Sustainability Requirement Management
Previous research has highlighted that early decisions in the design process need to be informed by a system understanding of sustainability criteria and other design aspects. This is to address the challenge industries today are facing while attempting to improve their designs from a sustainability point of view, when the desired sustainability performance exceeds either customer requests or regulatory compliance. From a business- and sustainability perspective it is also necessary to adopt systems thinking as a means to avoid sustainability sub-optimisations, i.e., design decisions that may improve a certain sustainability aspect but instead cause another, or e.g. lead to unexpected costs.
Requirements are crucial for the design process, both as guidance for innovation and concept generation as they provide the foundation and guidance for what needs to be developed. They also constitute the ultimate quality controlling agent, by allowing tests to be conducted to assure that what has been developed meets the expectations. Therefore, companies put a lot of effort in the formulation of requirements, and the verification processes actually matches stakeholder needs and expectations.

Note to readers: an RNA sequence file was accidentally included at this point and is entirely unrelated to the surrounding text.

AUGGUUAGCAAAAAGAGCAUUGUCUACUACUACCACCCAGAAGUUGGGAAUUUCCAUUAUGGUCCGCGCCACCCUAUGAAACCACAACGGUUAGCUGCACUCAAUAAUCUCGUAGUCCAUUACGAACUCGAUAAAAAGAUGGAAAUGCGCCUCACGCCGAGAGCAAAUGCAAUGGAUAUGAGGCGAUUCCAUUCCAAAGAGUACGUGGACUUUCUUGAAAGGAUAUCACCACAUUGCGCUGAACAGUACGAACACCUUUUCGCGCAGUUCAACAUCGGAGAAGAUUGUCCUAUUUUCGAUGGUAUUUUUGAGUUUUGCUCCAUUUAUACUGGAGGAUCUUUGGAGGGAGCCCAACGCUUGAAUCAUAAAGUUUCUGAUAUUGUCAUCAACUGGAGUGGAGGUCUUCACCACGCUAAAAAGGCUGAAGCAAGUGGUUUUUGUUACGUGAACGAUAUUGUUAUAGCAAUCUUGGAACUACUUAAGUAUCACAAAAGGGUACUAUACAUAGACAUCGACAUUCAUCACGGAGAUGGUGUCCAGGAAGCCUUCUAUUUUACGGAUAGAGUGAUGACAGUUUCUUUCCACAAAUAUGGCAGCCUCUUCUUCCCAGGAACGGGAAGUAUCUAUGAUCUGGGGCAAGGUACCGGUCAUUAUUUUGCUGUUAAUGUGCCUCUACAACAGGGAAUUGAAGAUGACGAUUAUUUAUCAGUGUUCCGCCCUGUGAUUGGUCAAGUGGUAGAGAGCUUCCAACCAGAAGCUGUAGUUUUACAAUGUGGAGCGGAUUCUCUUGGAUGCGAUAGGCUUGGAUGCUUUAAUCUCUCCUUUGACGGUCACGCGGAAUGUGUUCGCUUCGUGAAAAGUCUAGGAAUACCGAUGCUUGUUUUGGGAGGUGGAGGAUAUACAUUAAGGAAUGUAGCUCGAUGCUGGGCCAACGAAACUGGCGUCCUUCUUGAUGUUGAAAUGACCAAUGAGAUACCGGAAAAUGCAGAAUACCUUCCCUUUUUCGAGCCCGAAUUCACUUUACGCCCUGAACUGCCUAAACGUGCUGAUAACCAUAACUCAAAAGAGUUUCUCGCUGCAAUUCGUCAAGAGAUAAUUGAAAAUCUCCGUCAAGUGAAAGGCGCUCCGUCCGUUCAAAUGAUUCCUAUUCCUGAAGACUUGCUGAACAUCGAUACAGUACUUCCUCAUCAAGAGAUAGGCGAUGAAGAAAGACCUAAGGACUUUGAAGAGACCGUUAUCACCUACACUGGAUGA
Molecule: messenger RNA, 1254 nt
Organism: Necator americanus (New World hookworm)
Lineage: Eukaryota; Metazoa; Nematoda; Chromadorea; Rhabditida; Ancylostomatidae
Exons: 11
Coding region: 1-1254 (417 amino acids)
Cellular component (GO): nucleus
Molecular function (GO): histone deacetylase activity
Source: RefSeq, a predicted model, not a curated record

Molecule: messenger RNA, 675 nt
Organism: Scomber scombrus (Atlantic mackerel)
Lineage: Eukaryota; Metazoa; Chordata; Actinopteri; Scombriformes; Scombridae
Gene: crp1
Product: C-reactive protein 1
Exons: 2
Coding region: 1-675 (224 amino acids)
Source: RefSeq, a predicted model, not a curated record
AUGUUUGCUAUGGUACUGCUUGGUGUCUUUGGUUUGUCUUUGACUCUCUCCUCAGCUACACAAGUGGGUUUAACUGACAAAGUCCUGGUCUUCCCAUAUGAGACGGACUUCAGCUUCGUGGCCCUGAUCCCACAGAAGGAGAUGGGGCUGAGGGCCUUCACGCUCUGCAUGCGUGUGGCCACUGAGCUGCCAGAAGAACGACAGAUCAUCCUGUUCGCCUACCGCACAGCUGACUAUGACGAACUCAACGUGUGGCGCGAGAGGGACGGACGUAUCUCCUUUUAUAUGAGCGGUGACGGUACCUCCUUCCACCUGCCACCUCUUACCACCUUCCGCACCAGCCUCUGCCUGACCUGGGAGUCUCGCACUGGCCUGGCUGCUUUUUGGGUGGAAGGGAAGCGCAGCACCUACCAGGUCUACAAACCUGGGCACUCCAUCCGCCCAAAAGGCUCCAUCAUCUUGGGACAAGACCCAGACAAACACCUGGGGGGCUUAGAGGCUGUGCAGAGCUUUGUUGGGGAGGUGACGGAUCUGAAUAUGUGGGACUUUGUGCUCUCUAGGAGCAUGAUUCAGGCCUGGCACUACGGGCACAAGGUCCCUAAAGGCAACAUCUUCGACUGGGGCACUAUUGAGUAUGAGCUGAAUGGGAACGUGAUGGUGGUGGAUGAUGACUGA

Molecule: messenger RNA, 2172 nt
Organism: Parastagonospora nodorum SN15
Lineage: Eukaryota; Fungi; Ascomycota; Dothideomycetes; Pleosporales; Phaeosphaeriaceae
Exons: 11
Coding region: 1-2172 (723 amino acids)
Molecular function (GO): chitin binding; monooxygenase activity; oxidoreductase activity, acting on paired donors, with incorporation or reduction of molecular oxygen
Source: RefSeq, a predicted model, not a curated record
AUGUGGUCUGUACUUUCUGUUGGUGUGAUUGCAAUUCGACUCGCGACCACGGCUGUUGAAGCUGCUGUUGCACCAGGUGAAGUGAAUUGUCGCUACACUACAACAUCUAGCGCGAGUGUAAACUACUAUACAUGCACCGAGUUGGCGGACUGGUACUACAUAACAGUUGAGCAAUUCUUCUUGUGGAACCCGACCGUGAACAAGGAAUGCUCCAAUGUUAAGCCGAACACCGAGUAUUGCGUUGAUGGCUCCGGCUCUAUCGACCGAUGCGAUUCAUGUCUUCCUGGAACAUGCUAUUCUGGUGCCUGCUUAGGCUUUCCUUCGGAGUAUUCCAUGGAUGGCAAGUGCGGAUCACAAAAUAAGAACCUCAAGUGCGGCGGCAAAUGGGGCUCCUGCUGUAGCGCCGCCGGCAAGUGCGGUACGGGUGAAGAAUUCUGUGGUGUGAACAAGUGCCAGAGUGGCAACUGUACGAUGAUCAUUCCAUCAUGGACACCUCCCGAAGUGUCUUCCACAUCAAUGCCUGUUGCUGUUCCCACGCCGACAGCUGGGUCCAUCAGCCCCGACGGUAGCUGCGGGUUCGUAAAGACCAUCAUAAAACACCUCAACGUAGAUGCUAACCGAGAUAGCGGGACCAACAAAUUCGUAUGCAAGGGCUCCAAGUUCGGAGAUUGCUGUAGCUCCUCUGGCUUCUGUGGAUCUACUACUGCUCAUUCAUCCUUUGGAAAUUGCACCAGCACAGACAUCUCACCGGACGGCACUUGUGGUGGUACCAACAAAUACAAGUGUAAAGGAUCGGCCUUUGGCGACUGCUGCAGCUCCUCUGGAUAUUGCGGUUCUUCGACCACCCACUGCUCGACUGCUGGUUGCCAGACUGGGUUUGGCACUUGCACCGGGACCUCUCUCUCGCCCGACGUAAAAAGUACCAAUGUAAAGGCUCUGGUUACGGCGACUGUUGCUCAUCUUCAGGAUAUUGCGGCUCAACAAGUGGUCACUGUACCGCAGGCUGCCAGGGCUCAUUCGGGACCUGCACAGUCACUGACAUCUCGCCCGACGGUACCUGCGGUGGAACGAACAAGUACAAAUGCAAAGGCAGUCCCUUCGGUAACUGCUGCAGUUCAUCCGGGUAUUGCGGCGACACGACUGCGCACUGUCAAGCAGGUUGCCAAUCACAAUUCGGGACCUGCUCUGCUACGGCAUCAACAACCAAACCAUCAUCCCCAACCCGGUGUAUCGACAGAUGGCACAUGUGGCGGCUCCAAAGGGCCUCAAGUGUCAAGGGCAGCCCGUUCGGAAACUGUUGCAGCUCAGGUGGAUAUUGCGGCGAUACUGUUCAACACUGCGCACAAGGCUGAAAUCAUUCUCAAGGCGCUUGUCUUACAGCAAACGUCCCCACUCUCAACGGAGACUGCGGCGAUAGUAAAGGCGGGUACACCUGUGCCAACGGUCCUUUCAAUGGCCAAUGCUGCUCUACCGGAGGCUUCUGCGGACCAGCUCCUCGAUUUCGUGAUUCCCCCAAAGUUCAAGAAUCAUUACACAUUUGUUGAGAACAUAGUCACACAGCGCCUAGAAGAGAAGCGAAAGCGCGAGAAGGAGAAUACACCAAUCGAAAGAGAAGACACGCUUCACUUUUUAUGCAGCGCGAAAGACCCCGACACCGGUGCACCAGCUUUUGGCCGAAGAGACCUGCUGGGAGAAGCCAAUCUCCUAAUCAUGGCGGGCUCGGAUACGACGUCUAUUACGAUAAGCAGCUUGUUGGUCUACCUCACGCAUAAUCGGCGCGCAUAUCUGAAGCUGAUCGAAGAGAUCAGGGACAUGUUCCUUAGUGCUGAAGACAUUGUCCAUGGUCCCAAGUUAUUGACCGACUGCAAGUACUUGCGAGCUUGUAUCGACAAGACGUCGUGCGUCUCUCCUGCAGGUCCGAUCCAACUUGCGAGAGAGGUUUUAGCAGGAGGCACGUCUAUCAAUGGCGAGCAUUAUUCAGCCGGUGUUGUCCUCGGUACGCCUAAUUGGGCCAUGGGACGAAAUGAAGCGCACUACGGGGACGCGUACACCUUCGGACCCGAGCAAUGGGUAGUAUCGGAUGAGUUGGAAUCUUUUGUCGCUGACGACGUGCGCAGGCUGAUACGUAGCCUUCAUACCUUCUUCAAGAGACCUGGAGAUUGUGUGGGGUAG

The overarching product specification, consisting of the high-level product requirements, is formed in a very early stage of a product development project. It generally takes place in a group of managers, representing different functions of a product developing organisation, who together discuss a prospect project and together they define the initial product specification. This specification may describe a product as a system, using functions, and it is based on this specification that concept generation can begin in a product design team. The same group usually selects a concept based on this specification. To understand sustainability and how sustainability criteria relate to other design variables is therefore necessary in this group.
The purpose of this workshop is therefore to test a novel methodology where systems thinking is applied in a group model building environment. The aim is to create a shared understanding of how a design problem affects, and is affected by, sustainability criteria. The results will be collected and used for further improvements of the method.
Sophie Hallstedt, Matilda Watz
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